Julian Schnabel, Basquiat, 1996, 35 mm, color, sound, 106 minutes. Andy Warhol (David Bowie).


WHEN A NONACTOR appears in a movie role, it is as if a draft rushes in from some door left open backstage, rustling against the conventions of how movie people hold themselves, how professionals look at the camera or throw their voice. When it works, casting a nonactor has a bracing effect, since risk still clings to the best of these performances: Iggy Pop in Dead Man (1995), the double amputee Harold Russell in The Best Years of Our Lives (1946, for which he won an Oscar for best supporting actor), the philosopher Brice Parain in Vivre sa Vie (1962), Truffaut’s leading role in The Wild Child (1970), and the entire casts of The Bicycle Thief (1948) and Close-Up (1990). In other cases, the casting of nonactors can feel like a stunt. In Gummo (1997), or in any of Quentin Tarantino’s performances, we never feel that we are looking at a character at all.

David Bowie has appeared in more than two dozen films, but he remains a nonactor. Every time I see David Bowie in a movie, I mentally blurt out, “Oh look, it’s David Bowie.” This is different, I think, from being a bad actor. He simply is a nonactor. His characters should perhaps come with a subtitled tag, like in documentaries or reality TV. This more or less is what happens in Julian Schnabel’s Basquiat (1996). Although Bowie’s performance as Andy Warhol is already essentially a long Saturday Night Live impression, the first time he appears, someone onscreen helpfully exclaims, “That’s Andy Warhol.” Lest we forget.

Most of Bowie’s directors have tried to exploit Bowie’s sphinxlike unreadability by having him play nonpersons: vampires, extraterrestrials, goblins, weirdos, ciphers. His first starring role was in Nicolas Roeg’s The Man Who Fell to Earth (1976), playing an alien being on a journey to save his dying planet. Bowie becomes first an “inventor” of advanced technology, then declines into an eccentric shut-in addled by television and gin, with his mission half-forgotten by the narrative and character. Although borrowing liberally from the persona of the Ziggy Stardust concept album, the role of alien entrepreneur is actually closer to the Howard Hughes story that Martin Scorsese would make into The Aviator (2004) than to any recognizable science fiction. The film’s cynicism runs deep but is directed at targets I don’t recognize as belonging to reality. Roeg made excellent films about fearful, isolated, and inscrutable characters in the 1970s, Walkabout (1971) and Don’t Look Now (1973), but The Man Who Fell to Earth is not one of them. The Man Who Fell to Earth, and Bowie’s withdrawn, catatonic performance, are iconic, but in a bad way, like Brian De Palma’s equally shallow and unmotivated Scarface (1983).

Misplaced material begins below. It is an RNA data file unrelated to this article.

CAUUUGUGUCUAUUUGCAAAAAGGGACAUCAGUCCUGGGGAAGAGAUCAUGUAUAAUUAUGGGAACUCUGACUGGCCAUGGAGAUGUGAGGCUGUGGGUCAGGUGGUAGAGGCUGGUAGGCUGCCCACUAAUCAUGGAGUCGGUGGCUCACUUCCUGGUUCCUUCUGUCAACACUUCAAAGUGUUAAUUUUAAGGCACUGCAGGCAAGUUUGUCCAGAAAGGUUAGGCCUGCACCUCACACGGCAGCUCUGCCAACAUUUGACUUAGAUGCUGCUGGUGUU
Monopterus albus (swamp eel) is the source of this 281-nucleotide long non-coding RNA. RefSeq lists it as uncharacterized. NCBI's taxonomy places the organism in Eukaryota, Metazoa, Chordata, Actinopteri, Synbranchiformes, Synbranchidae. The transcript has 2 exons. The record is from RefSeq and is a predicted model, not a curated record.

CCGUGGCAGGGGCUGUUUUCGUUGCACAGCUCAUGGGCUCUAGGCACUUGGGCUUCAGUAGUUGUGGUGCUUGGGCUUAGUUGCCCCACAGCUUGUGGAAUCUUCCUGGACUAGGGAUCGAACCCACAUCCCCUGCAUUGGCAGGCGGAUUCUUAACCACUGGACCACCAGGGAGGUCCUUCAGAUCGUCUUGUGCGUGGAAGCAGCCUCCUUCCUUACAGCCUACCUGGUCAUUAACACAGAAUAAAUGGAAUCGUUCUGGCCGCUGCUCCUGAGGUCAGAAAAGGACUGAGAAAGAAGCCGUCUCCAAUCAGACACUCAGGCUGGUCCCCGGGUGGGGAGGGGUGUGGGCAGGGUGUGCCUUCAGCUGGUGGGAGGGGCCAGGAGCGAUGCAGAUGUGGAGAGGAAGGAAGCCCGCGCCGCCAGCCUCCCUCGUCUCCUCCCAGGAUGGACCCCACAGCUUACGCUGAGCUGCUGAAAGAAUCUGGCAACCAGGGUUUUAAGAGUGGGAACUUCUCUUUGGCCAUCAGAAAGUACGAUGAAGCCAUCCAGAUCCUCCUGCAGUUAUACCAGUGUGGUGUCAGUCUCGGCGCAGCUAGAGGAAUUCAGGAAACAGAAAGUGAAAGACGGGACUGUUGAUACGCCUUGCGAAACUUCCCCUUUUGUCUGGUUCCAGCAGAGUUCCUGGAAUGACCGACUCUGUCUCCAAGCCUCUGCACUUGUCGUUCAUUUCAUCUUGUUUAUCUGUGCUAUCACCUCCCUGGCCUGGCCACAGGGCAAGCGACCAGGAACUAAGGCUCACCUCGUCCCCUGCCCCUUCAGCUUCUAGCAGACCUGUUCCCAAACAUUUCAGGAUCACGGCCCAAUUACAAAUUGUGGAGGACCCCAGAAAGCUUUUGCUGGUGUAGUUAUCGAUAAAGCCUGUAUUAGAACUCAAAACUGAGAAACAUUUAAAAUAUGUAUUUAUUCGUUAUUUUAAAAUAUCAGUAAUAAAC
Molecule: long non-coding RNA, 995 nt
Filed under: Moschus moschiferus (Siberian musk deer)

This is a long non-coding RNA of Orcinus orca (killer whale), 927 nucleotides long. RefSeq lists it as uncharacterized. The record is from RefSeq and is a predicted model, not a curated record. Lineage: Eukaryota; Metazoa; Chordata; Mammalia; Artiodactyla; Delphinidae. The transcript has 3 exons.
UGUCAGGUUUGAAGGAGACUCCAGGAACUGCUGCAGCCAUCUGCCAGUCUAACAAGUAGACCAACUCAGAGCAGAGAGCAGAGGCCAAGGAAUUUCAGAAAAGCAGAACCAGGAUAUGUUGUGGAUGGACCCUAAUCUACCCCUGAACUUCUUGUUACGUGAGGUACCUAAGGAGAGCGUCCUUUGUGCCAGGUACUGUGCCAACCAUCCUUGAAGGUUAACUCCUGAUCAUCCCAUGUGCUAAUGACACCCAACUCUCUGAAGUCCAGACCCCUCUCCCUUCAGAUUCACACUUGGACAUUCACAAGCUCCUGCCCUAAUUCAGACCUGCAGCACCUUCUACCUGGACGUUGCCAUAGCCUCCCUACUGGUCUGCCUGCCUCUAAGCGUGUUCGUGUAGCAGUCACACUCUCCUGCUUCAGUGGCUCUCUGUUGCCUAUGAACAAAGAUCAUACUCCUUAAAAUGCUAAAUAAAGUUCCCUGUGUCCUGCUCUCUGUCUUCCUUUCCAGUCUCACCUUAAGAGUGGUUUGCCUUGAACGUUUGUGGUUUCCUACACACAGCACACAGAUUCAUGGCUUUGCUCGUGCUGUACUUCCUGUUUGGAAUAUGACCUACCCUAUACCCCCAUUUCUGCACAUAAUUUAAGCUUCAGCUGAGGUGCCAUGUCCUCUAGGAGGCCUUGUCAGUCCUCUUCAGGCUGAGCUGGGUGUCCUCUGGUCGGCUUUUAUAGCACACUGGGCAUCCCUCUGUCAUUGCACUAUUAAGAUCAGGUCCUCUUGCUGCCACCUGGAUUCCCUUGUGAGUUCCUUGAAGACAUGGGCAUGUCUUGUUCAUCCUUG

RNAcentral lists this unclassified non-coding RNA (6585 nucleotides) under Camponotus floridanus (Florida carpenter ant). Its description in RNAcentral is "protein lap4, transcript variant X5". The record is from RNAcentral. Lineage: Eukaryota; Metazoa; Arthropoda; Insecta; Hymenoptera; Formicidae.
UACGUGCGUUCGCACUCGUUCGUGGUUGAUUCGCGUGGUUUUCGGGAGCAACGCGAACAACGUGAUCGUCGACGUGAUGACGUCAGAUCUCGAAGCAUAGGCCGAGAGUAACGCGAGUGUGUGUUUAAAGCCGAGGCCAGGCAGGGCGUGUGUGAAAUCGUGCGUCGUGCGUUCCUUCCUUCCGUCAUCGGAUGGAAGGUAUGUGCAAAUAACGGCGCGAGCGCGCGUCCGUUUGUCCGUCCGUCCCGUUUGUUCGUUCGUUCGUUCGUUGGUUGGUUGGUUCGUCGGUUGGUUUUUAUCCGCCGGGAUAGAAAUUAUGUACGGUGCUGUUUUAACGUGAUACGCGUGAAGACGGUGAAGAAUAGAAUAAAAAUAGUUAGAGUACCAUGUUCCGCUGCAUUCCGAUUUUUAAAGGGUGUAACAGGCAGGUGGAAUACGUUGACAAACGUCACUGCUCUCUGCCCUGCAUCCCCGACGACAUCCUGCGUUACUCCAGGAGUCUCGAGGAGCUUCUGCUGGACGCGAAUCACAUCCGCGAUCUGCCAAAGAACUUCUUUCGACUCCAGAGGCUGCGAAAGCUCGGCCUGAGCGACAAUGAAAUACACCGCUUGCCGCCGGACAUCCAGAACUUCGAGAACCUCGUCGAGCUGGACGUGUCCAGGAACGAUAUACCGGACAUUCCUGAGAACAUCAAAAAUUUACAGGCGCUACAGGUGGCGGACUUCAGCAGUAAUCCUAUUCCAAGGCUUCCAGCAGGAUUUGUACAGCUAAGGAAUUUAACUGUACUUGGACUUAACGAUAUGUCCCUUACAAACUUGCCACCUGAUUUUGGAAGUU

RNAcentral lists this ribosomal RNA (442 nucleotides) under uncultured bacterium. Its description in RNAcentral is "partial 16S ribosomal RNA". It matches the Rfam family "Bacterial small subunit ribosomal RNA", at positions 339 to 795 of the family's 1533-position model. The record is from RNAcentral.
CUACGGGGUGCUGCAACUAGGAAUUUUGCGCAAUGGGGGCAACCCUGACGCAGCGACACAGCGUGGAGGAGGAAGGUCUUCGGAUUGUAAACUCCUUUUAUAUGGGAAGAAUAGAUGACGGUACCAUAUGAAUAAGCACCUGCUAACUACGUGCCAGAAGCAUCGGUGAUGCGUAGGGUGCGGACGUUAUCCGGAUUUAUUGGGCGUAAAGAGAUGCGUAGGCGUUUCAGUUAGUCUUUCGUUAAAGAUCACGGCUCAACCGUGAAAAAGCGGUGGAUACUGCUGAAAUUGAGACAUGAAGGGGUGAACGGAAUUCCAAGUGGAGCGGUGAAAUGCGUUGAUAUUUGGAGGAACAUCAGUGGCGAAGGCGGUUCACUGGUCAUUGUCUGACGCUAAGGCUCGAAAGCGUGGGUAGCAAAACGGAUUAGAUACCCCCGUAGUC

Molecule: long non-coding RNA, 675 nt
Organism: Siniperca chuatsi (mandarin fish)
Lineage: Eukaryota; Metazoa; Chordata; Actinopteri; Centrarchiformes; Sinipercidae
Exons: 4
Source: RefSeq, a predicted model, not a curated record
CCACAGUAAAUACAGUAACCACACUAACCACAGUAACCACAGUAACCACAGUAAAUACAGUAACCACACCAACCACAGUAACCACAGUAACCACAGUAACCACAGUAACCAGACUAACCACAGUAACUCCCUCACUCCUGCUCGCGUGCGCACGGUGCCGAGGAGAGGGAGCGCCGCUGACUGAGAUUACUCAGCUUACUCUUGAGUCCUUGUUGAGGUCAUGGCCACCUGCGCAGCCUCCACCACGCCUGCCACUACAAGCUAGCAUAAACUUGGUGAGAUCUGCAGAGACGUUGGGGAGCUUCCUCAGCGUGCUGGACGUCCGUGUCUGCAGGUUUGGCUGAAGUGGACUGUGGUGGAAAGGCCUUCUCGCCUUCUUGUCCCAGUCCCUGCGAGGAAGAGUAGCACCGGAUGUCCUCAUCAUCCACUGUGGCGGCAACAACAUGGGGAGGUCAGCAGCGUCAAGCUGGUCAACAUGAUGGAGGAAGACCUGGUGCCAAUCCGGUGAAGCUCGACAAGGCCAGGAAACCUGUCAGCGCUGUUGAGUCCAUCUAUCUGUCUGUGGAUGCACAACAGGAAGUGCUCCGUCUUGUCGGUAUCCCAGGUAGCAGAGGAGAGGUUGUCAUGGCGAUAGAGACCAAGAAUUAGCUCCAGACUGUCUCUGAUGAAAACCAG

One solution to Bowie’s nonacting is to have him perform alongside Jim Henson’s Muppets, who are not actors either. In the George Lucas–produced Labyrinth (1986), Bowie plays the Goblin King, a kind of Wicked Witch to Jennifer Connelly’s Dorothy. The towering wig and gauntleted costumes, which would lend any other actor an air of outrageous, pre-Raphaelite camp, instead look oddly comfortable on Bowie. In all his roles, Bowie seems to be doing a waxy impression of Peter O’Toole: fragile, ambiguously wounded, subtle. He is grossly miscast in Labyrinth, which plainly calls for a Tim Curry type who could gleefully hoist a skull-goblet to his Muppet minions.

Martin Scorsese had the right idea in filming Bowie in The Last Temptation of Christ (1988). Bowie, playing Pontius Pilate, begins speaking in a long shot, so that when we cut to his face, we are already engaged with his character’s cynicism and the dry arrogance of bureaucracy, rather than Bowie’s winking eccentricity. Furthermore, Bowie is playing his scene across from an impossible character, Jesus Christ (Willem Dafoe). This must be somewhat like performing with a CGI character like Jar Jar Binks or Gollum. The result is that Bowie’s innate vacancy as an actor translates believably into Pilate’s beleaguered lack of empathy. At the same time, the viewer cannot help but wonder how, say, Willem Dafoe would have played the scene.

Ben Parker

“Watch That Man: David Bowie, Movie Star” runs August 2–8 at the Film Society of Lincoln Center in New York.